This entry is a pivotal one in Anne Frank's diary. It describes the day on which the family received "call up" papers from the SS. At first, Anne believed that these papers were for her father, who was out at the Jewish Hospital when the papers arrived, sparking quite a commotion in the household. Anne's mother made it quite clear that nobody would be going as requested by the SS—this was how Jewish people ended up in concentration camps. Later in the day, Anne's sister, Margot, who was sixteen at the time, told Anne that the papers had actually been sending for her, not her father.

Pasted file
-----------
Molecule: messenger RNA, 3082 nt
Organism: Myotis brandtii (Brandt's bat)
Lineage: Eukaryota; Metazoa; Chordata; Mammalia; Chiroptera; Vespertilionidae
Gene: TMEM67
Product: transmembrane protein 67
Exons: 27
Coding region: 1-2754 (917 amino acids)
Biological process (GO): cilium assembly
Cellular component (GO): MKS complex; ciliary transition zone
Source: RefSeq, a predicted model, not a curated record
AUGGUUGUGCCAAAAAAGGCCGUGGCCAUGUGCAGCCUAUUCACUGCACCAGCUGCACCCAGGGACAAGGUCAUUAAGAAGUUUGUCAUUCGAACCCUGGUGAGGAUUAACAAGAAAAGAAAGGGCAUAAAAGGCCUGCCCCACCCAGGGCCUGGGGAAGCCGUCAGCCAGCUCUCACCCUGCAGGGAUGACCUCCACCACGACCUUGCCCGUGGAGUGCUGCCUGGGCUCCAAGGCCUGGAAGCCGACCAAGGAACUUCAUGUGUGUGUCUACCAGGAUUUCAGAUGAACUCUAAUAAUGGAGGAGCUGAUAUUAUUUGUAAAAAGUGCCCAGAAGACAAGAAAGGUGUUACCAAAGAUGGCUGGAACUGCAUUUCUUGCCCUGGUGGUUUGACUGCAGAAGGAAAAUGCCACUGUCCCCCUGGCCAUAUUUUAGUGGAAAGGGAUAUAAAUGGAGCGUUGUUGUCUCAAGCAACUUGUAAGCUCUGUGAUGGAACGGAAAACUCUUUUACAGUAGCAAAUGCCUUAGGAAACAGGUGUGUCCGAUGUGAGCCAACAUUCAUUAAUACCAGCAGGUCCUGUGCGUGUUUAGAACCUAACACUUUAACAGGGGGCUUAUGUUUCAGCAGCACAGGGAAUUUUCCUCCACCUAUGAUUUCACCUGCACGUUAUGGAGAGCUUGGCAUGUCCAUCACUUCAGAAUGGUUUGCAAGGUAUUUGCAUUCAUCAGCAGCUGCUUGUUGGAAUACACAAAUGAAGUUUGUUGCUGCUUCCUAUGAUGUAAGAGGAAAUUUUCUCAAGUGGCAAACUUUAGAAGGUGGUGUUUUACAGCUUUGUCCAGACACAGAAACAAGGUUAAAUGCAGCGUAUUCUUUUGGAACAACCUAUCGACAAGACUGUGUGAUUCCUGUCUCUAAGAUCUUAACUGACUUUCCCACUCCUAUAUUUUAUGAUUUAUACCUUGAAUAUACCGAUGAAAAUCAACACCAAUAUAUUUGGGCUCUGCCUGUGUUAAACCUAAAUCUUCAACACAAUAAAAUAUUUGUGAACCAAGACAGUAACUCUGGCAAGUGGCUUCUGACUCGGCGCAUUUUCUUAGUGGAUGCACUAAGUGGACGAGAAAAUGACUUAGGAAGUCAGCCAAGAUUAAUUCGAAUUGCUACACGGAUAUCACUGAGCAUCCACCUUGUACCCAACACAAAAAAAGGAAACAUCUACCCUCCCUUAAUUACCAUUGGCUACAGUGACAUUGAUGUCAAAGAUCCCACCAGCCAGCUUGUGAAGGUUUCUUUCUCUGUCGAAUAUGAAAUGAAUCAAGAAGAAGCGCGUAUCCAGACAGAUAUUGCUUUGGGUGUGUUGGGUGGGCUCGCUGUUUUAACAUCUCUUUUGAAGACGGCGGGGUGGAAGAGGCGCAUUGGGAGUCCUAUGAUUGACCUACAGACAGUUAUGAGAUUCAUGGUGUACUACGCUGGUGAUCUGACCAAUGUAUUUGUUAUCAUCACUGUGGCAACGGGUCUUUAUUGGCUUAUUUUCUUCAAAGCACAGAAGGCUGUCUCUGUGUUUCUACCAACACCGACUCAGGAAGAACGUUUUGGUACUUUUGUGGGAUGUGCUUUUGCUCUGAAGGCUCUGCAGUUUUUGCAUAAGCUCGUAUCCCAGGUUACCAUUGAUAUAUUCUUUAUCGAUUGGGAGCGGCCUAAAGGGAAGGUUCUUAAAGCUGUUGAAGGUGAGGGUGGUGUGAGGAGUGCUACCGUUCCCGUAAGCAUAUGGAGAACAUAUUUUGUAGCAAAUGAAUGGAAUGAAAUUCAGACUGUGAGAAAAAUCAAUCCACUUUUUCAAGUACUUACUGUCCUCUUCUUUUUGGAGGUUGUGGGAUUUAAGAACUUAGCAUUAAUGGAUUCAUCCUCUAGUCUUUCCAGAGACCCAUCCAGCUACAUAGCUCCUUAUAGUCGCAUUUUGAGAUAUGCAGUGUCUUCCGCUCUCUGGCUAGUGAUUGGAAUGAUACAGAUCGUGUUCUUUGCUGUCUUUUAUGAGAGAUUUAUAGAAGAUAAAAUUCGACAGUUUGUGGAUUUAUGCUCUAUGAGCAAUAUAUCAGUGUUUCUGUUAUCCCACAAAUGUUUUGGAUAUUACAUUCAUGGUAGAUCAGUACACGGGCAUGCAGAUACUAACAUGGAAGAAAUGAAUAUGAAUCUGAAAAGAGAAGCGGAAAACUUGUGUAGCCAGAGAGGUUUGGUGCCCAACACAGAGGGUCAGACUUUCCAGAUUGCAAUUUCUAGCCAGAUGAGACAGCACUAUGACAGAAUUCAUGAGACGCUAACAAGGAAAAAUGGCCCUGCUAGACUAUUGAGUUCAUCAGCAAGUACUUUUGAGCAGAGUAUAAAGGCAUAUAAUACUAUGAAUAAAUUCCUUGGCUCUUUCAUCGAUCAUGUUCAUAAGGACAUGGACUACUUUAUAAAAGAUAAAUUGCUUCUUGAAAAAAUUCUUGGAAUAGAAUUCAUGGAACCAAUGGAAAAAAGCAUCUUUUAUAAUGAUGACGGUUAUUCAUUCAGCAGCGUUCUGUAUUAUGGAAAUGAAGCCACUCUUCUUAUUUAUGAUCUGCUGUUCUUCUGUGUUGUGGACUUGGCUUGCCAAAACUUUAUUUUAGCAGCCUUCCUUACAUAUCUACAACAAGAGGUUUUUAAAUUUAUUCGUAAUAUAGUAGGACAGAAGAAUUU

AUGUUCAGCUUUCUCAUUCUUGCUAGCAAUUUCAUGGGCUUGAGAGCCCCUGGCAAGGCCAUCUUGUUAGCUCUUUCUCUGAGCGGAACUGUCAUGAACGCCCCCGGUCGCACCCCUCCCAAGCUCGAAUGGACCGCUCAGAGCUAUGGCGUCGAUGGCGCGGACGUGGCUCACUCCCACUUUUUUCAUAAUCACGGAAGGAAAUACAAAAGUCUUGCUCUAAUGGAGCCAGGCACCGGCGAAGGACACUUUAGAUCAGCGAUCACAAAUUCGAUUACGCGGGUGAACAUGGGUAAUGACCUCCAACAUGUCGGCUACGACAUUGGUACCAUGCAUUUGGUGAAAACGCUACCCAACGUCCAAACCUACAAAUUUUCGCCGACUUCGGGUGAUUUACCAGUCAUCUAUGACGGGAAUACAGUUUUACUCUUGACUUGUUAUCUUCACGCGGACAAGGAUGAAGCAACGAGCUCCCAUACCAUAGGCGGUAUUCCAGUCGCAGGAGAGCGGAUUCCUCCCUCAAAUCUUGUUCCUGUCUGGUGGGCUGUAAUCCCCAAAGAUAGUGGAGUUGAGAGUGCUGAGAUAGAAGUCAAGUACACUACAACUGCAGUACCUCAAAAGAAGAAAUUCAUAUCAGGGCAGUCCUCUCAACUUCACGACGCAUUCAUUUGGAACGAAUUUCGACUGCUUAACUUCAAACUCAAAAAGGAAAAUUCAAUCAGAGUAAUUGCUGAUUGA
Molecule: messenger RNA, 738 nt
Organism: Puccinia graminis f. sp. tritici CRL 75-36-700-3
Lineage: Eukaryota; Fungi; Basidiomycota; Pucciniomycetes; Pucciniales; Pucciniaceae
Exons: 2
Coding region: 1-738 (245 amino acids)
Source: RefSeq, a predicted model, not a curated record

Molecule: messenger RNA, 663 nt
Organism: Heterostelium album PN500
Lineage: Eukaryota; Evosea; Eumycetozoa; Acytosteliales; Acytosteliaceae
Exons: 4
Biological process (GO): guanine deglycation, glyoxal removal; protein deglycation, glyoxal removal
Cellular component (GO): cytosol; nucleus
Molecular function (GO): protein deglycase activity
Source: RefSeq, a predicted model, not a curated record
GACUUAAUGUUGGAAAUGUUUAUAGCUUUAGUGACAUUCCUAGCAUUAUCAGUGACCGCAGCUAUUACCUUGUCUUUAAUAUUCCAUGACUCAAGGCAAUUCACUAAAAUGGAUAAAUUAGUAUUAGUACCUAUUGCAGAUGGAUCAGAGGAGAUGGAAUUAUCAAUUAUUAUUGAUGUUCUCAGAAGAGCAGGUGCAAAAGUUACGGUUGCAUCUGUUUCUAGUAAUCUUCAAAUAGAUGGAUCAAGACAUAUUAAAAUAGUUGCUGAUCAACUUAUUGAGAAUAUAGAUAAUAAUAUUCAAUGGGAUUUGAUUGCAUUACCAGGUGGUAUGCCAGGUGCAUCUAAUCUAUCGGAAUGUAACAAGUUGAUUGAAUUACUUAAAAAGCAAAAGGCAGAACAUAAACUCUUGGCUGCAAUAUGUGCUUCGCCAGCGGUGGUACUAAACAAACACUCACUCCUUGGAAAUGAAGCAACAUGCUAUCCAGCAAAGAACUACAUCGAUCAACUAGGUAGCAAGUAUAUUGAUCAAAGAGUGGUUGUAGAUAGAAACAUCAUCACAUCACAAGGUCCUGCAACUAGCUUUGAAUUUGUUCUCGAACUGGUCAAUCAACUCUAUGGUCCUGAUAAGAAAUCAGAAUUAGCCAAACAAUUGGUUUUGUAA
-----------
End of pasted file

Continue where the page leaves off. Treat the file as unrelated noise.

The family's response to this is to immediately plan on going into hiding so that they could not be found by the SS. They make arrangements with Mr. van Daan, their father's business partner, and sort out a place to go, although Anne herself is not at all sure where they are going. Margot leaves ahead of the rest of the family. Anne packs as many of her belongings as she could fit into a small case, feeling confused and aware that she is probably not packing very well. Eventually, she puts on as many of her clothes as she could possibly wear at once and says goodbye to her cat, which was to be looked after by the neighbors. Anne notes that the state of the house made it obvious that they had left in a hurry, but the family cared only about leaving before their departure was discovered.